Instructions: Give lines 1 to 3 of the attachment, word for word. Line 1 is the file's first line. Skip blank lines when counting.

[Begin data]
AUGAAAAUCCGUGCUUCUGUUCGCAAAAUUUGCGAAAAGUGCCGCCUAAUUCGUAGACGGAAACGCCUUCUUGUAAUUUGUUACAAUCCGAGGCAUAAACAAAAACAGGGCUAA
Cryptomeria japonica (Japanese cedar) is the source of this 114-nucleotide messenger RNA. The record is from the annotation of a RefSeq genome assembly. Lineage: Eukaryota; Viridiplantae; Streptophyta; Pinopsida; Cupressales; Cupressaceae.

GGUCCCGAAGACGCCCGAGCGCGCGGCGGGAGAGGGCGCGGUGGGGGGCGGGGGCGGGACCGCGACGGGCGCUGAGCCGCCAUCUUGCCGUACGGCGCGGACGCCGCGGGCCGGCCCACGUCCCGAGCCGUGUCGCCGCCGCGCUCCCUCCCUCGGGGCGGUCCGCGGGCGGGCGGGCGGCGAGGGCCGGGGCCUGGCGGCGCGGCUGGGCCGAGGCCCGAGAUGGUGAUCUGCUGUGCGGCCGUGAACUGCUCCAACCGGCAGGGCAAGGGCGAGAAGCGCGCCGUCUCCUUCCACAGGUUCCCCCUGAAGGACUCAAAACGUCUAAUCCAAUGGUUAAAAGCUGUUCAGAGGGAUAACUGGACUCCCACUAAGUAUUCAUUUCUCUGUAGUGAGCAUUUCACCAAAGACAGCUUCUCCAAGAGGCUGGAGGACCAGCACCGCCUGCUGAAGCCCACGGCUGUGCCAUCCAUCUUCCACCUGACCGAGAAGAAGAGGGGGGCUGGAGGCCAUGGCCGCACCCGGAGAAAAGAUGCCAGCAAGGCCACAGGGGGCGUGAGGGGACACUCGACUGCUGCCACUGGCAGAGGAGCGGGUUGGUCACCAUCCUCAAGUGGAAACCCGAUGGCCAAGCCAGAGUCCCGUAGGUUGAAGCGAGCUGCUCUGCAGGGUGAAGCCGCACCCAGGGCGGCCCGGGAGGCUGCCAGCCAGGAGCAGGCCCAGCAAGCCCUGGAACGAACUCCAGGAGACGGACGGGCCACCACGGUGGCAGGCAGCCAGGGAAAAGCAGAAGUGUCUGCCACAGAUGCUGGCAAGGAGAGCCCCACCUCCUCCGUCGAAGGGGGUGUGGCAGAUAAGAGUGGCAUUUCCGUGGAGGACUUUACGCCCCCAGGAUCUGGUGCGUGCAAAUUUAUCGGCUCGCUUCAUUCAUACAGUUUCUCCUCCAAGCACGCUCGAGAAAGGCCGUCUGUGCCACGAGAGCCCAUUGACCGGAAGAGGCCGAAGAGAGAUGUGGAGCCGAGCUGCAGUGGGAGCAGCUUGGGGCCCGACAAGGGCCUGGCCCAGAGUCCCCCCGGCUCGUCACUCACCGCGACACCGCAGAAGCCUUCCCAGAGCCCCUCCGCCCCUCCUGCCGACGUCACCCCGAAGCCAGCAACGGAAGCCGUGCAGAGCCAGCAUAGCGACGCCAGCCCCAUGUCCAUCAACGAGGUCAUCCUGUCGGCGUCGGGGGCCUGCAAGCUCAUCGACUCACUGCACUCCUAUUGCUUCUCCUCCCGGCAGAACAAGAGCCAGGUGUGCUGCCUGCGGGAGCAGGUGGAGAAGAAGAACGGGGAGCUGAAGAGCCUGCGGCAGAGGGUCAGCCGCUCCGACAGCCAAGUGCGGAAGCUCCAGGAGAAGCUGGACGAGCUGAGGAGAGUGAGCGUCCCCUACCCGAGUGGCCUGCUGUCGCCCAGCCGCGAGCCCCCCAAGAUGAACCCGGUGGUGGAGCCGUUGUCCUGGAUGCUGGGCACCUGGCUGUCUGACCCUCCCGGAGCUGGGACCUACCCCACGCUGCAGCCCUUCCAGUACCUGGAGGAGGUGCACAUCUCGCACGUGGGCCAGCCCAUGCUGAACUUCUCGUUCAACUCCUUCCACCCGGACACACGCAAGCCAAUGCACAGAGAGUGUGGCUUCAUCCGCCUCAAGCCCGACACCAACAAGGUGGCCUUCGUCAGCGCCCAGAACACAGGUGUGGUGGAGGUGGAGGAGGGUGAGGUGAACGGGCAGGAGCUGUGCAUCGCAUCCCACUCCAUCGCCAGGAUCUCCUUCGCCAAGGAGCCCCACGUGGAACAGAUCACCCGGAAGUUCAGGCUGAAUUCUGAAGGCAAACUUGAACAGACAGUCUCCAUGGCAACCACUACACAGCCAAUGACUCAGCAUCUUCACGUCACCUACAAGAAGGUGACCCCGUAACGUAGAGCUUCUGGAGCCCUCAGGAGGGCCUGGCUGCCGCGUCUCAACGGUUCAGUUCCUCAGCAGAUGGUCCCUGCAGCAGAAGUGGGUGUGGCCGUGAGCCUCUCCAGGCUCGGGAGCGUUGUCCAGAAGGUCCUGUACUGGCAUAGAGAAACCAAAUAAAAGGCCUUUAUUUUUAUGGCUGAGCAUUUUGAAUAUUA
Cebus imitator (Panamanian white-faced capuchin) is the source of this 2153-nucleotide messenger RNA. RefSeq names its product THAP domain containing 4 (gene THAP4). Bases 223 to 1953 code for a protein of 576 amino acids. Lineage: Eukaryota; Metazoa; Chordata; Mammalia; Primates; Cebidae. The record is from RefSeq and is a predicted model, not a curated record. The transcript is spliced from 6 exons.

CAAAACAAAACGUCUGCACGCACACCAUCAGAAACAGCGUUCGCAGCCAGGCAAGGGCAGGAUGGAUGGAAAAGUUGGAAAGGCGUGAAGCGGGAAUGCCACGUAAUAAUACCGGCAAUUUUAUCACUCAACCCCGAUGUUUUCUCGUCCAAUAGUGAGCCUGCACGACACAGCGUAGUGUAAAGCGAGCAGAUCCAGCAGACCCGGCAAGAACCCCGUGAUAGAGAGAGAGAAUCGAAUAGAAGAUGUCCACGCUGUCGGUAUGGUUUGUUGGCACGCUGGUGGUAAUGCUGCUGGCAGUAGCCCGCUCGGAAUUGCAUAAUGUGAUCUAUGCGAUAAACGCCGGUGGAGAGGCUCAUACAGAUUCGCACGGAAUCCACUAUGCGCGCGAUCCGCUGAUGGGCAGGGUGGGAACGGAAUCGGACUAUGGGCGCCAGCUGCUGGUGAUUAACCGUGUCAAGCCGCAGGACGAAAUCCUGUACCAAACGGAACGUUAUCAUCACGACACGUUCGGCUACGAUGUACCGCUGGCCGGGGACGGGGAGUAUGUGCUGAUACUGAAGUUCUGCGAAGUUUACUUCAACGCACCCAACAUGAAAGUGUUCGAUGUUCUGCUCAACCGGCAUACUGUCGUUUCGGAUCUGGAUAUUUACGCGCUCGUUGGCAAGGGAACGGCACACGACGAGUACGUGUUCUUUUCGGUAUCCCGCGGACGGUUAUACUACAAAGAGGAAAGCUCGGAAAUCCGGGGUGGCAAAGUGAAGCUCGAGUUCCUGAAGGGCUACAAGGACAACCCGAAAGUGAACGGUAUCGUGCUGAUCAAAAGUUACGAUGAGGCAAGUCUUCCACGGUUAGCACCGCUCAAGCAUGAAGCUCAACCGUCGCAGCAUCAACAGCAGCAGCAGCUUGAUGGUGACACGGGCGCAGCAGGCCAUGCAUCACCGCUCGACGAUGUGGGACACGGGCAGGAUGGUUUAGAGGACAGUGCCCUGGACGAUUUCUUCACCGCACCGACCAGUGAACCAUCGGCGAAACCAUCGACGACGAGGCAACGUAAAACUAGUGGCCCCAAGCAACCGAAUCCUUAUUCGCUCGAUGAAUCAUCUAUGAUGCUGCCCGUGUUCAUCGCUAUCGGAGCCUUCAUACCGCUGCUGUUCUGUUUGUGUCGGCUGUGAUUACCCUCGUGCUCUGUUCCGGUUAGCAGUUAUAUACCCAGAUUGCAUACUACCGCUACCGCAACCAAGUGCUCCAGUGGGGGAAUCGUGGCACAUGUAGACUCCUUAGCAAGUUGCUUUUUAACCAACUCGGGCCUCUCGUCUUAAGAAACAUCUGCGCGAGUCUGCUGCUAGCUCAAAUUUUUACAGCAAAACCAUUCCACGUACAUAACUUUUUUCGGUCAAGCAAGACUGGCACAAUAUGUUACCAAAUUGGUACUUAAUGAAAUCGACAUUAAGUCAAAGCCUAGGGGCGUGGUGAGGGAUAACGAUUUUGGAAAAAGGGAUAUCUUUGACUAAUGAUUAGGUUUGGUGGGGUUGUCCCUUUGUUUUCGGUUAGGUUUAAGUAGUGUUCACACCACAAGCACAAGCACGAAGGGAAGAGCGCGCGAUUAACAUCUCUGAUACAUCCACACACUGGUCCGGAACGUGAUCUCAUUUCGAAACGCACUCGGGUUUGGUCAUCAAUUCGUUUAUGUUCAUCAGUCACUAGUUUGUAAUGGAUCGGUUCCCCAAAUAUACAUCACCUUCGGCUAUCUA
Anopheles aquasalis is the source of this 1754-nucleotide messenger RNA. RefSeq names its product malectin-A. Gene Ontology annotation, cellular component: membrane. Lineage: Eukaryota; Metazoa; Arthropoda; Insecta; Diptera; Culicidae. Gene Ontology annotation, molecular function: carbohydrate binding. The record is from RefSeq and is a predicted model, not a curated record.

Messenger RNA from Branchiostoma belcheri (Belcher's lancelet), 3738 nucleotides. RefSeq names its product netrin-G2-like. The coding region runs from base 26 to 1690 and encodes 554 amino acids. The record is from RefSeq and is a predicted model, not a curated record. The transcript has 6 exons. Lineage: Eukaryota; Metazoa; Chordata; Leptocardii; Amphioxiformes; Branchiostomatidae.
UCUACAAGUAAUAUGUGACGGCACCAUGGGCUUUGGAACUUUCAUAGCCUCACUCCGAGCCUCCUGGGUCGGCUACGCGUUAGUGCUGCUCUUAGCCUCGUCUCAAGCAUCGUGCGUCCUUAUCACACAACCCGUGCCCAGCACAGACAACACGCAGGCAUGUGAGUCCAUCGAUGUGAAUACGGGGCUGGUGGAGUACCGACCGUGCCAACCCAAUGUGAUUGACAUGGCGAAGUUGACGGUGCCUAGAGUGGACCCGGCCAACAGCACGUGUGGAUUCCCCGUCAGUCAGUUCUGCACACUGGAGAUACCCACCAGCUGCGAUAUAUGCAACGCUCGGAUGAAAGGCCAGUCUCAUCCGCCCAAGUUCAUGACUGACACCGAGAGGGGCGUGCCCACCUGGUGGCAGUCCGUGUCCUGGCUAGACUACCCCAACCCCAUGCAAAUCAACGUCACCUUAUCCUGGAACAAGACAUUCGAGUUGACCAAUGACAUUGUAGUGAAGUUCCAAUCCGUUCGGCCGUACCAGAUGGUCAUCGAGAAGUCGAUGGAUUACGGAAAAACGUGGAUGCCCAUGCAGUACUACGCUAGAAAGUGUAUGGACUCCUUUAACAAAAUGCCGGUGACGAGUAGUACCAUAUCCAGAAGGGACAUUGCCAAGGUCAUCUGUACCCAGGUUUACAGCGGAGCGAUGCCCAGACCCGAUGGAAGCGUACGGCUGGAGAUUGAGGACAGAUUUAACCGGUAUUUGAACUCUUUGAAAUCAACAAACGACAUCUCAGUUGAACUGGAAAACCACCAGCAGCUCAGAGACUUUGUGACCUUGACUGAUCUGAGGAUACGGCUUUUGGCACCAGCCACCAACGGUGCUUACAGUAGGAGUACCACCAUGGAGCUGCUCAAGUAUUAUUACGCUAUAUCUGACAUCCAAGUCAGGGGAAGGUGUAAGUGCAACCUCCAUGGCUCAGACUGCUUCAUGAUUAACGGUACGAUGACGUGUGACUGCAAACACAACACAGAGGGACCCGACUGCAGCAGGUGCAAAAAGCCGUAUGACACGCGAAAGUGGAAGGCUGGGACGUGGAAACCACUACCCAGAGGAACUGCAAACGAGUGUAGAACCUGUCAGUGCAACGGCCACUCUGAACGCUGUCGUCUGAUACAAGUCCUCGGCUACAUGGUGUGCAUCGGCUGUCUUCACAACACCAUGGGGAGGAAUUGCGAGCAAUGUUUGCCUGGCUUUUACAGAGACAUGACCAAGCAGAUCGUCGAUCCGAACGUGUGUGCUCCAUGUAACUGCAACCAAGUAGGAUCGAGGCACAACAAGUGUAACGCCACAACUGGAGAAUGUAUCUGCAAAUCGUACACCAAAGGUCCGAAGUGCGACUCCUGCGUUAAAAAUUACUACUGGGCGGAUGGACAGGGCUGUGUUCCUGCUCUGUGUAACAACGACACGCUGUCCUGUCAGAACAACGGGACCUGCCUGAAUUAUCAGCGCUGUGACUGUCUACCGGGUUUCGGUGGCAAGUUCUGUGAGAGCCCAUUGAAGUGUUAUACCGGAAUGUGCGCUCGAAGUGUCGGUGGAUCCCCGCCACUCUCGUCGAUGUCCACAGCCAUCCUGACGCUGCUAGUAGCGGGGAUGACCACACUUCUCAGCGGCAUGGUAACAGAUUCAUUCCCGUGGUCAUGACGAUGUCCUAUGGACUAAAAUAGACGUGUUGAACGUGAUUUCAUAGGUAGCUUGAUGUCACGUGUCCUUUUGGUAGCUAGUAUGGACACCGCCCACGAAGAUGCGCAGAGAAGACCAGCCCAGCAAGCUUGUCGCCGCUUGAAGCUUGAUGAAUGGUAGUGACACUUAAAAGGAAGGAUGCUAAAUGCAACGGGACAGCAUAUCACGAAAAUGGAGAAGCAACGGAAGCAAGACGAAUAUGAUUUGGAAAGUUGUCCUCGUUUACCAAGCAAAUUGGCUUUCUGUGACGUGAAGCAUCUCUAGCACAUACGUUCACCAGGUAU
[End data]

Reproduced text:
AUGAAAAUCCGUGCUUCUGUUCGCAAAAUUUGCGAAAAGUGCCGCCUAAUUCGUAGACGGAAACGCCUUCUUGUAAUUUGUUACAAUCCGAGGCAUAAACAAAAACAGGGCUAA
Cryptomeria japonica (Japanese cedar) is the source of this 114-nucleotide messenger RNA. The record is from the annotation of a RefSeq genome assembly. Lineage: Eukaryota; Viridiplantae; Streptophyta; Pinopsida; Cupressales; Cupressaceae.

GGUCCCGAAGACGCCCGAGCGCGCGGCGGGAGAGGGCGCGGUGGGGGGCGGGGGCGGGACCGCGACGGGCGCUGAGCCGCCAUCUUGCCGUACGGCGCGGACGCCGCGGGCCGGCCCACGUCCCGAGCCGUGUCGCCGCCGCGCUCCCUCCCUCGGGGCGGUCCGCGGGCGGGCGGGCGGCGAGGGCCGGGGCCUGGCGGCGCGGCUGGGCCGAGGCCCGAGAUGGUGAUCUGCUGUGCGGCCGUGAACUGCUCCAACCGGCAGGGCAAGGGCGAGAAGCGCGCCGUCUCCUUCCACAGGUUCCCCCUGAAGGACUCAAAACGUCUAAUCCAAUGGUUAAAAGCUGUUCAGAGGGAUAACUGGACUCCCACUAAGUAUUCAUUUCUCUGUAGUGAGCAUUUCACCAAAGACAGCUUCUCCAAGAGGCUGGAGGACCAGCACCGCCUGCUGAAGCCCACGGCUGUGCCAUCCAUCUUCCACCUGACCGAGAAGAAGAGGGGGGCUGGAGGCCAUGGCCGCACCCGGAGAAAAGAUGCCAGCAAGGCCACAGGGGGCGUGAGGGGACACUCGACUGCUGCCACUGGCAGAGGAGCGGGUUGGUCACCAUCCUCAAGUGGAAACCCGAUGGCCAAGCCAGAGUCCCGUAGGUUGAAGCGAGCUGCUCUGCAGGGUGAAGCCGCACCCAGGGCGGCCCGGGAGGCUGCCAGCCAGGAGCAGGCCCAGCAAGCCCUGGAACGAACUCCAGGAGACGGACGGGCCACCACGGUGGCAGGCAGCCAGGGAAAAGCAGAAGUGUCUGCCACAGAUGCUGGCAAGGAGAGCCCCACCUCCUCCGUCGAAGGGGGUGUGGCAGAUAAGAGUGGCAUUUCCGUGGAGGACUUUACGCCCCCAGGAUCUGGUGCGUGCAAAUUUAUCGGCUCGCUUCAUUCAUACAGUUUCUCCUCCAAGCACGCUCGAGAAAGGCCGUCUGUGCCACGAGAGCCCAUUGACCGGAAGAGGCCGAAGAGAGAUGUGGAGCCGAGCUGCAGUGGGAGCAGCUUGGGGCCCGACAAGGGCCUGGCCCAGAGUCCCCCCGGCUCGUCACUCACCGCGACACCGCAGAAGCCUUCCCAGAGCCCCUCCGCCCCUCCUGCCGACGUCACCCCGAAGCCAGCAACGGAAGCCGUGCAGAGCCAGCAUAGCGACGCCAGCCCCAUGUCCAUCAACGAGGUCAUCCUGUCGGCGUCGGGGGCCUGCAAGCUCAUCGACUCACUGCACUCCUAUUGCUUCUCCUCCCGGCAGAACAAGAGCCAGGUGUGCUGCCUGCGGGAGCAGGUGGAGAAGAAGAACGGGGAGCUGAAGAGCCUGCGGCAGAGGGUCAGCCGCUCCGACAGCCAAGUGCGGAAGCUCCAGGAGAAGCUGGACGAGCUGAGGAGAGUGAGCGUCCCCUACCCGAGUGGCCUGCUGUCGCCCAGCCGCGAGCCCCCCAAGAUGAACCCGGUGGUGGAGCCGUUGUCCUGGAUGCUGGGCACCUGGCUGUCUGACCCUCCCGGAGCUGGGACCUACCCCACGCUGCAGCCCUUCCAGUACCUGGAGGAGGUGCACAUCUCGCACGUGGGCCAGCCCAUGCUGAACUUCUCGUUCAACUCCUUCCACCCGGACACACGCAAGCCAAUGCACAGAGAGUGUGGCUUCAUCCGCCUCAAGCCCGACACCAACAAGGUGGCCUUCGUCAGCGCCCAGAACACAGGUGUGGUGGAGGUGGAGGAGGGUGAGGUGAACGGGCAGGAGCUGUGCAUCGCAUCCCACUCCAUCGCCAGGAUCUCCUUCGCCAAGGAGCCCCACGUGGAACAGAUCACCCGGAAGUUCAGGCUGAAUUCUGAAGGCAAACUUGAACAGACAGUCUCCAUGGCAACCACUACACAGCCAAUGACUCAGCAUCUUCACGUCACCUACAAGAAGGUGACCCCGUAACGUAGAGCUUCUGGAGCCCUCAGGAGGGCCUGGCUGCCGCGUCUCAACGGUUCAGUUCCUCAGCAGAUGGUCCCUGCAGCAGAAGUGGGUGUGGCCGUGAGCCUCUCCAGGCUCGGGAGCGUUGUCCAGAAGGUCCUGUACUGGCAUAGAGAAACCAAAUAAAAGGCCUUUAUUUUUAUGGCUGAGCAUUUUGAAUAUUA